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The Monday Roundup: Spain’s new touring paths, Ford’s urban shift & more

Posted by on January 27th, 2014 at 8:42 am

Where would I go without you?

The Andalucian road.
(Photo by Leo Hidalgo.)

Here’s the bike news from around the world that caught our eyes this week:

Economic engines: Andalucia, Spain, is making a major play to boost its economy with bike tourism with a plan to build 3,200 miles of bike paths by 2020.

Auto futurism: At the Detroit Auto Show this month, Ford Motor Company’s CEO said that adding more cars in big cities is “not going to work” and suggested his company is looking into new products related to public transit and/or car sharing.

Bike curiosity: What’s the most exciting research subject in American transportation right now? Bicycles. These two writers counted.

Women biking: Did you know that women make up 55 percent of Generation X bicycling consumers? I didn’t.

Driver training: The teen driver’s ed program in Chattanooga, Tenn., now includes a walk across downtown, a bike ride and a bus trip.

Cute cars: Elly Blue’s column about her obsession with the car icons on her new favorite handbag is weird and maybe brilliant.

Red light runners: A huge traffic-light study from New Zealand finds that almost all bikers who run lights in that country do so in order to get a head start on dangerous traffic; only a tiny minority fail to stop altogether.

Reckless driving:Reckless driving, circa 2014, is what drunk driving was prior to 1980,” a medical professor argues: “poorly defined in the law, sometimes poorly investigated by police and almost never results in a criminal charge.”

License requirements: A law tightening ID requirements for drivers’ license applications has done basically nothing to change the number of uninsured drivers.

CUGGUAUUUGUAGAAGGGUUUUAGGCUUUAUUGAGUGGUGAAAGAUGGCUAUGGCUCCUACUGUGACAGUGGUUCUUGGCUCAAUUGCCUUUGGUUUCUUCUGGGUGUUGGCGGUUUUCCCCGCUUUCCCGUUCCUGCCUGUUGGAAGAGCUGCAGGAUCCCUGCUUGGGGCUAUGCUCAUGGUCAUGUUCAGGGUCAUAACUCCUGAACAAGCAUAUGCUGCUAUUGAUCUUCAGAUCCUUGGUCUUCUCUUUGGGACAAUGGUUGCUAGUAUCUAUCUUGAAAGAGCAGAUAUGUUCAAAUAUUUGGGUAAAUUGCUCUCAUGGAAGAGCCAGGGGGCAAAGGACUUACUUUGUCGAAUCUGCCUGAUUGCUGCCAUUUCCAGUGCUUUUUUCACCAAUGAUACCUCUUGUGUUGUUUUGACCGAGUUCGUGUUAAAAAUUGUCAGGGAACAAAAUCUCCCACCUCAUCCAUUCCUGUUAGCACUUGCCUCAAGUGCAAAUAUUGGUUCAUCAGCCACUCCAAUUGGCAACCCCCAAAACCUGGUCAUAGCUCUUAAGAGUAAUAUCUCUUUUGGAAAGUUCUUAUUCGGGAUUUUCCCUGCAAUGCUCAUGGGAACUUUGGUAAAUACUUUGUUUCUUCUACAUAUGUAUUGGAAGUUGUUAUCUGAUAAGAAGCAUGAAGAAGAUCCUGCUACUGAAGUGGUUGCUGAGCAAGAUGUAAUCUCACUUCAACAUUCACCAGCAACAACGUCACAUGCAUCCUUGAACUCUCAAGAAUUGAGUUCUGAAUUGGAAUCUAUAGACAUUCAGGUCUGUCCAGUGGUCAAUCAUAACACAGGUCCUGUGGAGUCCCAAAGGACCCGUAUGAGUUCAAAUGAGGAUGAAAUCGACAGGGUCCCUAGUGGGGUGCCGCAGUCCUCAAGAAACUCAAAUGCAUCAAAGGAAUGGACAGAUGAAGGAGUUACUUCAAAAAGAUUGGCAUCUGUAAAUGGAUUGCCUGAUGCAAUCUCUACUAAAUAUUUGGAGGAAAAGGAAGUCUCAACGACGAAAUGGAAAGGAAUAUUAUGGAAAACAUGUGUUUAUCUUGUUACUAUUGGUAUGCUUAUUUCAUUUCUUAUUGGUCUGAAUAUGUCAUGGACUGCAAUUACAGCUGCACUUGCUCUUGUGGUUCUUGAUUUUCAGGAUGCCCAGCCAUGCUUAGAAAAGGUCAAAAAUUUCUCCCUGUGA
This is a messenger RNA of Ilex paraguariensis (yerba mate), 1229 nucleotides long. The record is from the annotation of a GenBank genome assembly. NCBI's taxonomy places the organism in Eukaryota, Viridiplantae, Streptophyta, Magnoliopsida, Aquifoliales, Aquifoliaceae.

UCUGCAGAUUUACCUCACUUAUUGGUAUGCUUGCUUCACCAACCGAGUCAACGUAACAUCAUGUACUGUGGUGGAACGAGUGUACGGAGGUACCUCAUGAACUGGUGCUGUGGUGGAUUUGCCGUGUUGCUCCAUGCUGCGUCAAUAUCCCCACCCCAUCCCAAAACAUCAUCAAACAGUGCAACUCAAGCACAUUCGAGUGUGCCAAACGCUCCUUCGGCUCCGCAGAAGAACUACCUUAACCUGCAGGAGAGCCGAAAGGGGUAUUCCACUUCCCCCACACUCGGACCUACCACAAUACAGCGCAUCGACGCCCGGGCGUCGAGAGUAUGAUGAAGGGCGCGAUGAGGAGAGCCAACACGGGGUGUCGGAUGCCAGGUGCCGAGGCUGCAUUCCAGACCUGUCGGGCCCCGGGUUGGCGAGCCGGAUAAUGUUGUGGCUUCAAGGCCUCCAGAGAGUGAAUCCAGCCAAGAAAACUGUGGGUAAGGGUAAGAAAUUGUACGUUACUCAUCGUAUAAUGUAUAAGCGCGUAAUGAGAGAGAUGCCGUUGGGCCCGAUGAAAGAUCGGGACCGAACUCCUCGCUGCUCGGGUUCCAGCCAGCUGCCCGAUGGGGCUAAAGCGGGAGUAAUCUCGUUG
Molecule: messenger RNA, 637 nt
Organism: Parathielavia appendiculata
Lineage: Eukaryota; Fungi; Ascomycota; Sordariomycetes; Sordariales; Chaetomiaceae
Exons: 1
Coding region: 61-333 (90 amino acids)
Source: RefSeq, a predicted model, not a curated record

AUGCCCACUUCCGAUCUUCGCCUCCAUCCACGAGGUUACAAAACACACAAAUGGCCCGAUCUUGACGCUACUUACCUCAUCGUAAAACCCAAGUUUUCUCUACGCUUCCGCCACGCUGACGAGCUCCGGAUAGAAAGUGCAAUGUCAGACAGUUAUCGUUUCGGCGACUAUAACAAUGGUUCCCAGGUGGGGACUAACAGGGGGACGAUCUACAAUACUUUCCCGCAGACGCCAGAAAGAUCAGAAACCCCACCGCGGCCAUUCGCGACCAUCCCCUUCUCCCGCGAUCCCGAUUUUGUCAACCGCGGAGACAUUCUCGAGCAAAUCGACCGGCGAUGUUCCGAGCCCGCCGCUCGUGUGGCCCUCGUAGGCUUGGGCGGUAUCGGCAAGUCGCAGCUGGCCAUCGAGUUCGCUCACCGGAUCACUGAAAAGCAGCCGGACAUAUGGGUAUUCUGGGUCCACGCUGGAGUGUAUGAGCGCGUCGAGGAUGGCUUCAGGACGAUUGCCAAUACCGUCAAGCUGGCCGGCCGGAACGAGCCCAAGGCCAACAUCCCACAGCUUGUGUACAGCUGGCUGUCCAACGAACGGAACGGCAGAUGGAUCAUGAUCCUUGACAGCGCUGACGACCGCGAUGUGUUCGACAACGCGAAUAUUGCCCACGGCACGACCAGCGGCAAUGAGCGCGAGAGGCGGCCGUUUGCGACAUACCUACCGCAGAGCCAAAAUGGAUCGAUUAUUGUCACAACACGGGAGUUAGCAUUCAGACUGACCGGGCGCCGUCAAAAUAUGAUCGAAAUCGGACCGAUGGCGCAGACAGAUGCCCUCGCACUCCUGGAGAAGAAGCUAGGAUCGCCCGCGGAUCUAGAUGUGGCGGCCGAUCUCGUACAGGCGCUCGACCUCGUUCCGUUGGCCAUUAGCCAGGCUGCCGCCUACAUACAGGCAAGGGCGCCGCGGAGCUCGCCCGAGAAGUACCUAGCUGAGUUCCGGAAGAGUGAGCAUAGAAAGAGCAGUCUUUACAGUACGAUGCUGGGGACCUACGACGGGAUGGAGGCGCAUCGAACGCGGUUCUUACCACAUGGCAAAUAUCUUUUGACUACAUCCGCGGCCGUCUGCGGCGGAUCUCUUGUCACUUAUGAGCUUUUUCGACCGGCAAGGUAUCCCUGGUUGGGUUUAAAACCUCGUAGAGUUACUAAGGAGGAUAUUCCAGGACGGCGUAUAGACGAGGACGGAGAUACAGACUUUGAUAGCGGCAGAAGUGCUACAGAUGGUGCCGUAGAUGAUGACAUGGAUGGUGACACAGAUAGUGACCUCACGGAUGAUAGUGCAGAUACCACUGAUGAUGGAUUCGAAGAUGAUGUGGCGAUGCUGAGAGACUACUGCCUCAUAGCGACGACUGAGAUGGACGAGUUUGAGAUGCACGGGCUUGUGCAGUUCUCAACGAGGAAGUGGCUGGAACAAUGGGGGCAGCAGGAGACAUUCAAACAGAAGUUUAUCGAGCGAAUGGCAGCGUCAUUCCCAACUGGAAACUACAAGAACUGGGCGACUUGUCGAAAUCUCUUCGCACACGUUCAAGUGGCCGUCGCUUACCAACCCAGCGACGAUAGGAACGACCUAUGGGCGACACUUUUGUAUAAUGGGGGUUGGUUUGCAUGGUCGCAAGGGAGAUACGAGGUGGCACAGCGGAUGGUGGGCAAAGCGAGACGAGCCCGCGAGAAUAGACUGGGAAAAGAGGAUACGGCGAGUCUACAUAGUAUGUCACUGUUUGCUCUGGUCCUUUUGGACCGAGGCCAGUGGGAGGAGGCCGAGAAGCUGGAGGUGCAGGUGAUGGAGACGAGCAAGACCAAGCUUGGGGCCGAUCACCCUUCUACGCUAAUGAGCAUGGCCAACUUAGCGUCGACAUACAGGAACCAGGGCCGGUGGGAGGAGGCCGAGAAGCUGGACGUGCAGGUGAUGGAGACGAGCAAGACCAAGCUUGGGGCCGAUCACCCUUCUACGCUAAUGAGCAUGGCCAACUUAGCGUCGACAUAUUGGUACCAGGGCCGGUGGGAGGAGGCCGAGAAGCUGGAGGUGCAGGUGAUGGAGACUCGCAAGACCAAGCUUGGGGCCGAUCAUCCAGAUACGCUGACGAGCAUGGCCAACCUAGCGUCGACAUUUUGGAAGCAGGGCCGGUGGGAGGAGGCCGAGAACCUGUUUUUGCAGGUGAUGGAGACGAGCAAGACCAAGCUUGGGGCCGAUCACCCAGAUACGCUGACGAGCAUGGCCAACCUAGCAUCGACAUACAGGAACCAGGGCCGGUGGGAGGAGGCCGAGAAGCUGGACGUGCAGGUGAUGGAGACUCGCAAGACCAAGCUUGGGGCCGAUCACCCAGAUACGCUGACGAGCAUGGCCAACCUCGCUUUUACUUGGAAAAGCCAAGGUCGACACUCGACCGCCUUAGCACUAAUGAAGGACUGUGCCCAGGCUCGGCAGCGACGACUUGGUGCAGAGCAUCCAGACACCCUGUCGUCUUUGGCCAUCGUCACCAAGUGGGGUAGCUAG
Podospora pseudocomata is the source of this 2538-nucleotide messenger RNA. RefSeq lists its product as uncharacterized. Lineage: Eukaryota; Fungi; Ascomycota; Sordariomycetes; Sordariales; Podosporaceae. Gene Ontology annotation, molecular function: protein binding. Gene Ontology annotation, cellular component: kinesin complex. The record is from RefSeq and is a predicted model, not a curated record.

Amsterdamize yourself: Momentum has an interesting guide to riding a bike in a city where it’s almost as common as walking.

Biking to transit: The popularity of bike-plus-transit trips is forcing transit planners to rewrite their models for how many riders a new line will attract.

Vegas messengers: Armed with smartphones, bike couriers are looking to expand their business in Las Vegas. (Their most common cargo: food.)

Mapping poison: The Danes are so good at tracking air pollution that they can calculate the toxin levels at any given street address.

Covering crashes: In Columbia Journalism Review, Tom Vanderbilt asks how local reporting of traffic collisions could get better.

Mandatory flashiness: A UK politician who supports mandatory high-viz vests and registration numbers for bikers doesn’t look like she’s enjoying her own bike very much.

Bad traffic projections: This amazing chart illustrating the ridiculousness of federal highway planning has been making the rounds for a while. Don’t miss it.

Good gentrification? A provocative series of studies suggest that as neighborhoods get richer, longtime low-income residents actually move out of them less frequently, and their credit scores go up — even if they’re renters.

Less youth driving: National Geographic summarizes the four leading theories about the sharp youth driving decline; all four are is almost certainly at work.

Train adventure: A biking tourist from Iowa was nervous when he brought his fully bagged folding bike on Amtrak, but it worked out just fine.

Car racers for road safety: From Louis Chevrolet to Jimmie Johnson, “there’s long and almost symbiotic relationship between cycling and race car driving.” That’s one reason a bunch of auto racers are taking time to promote safe driving around bikes.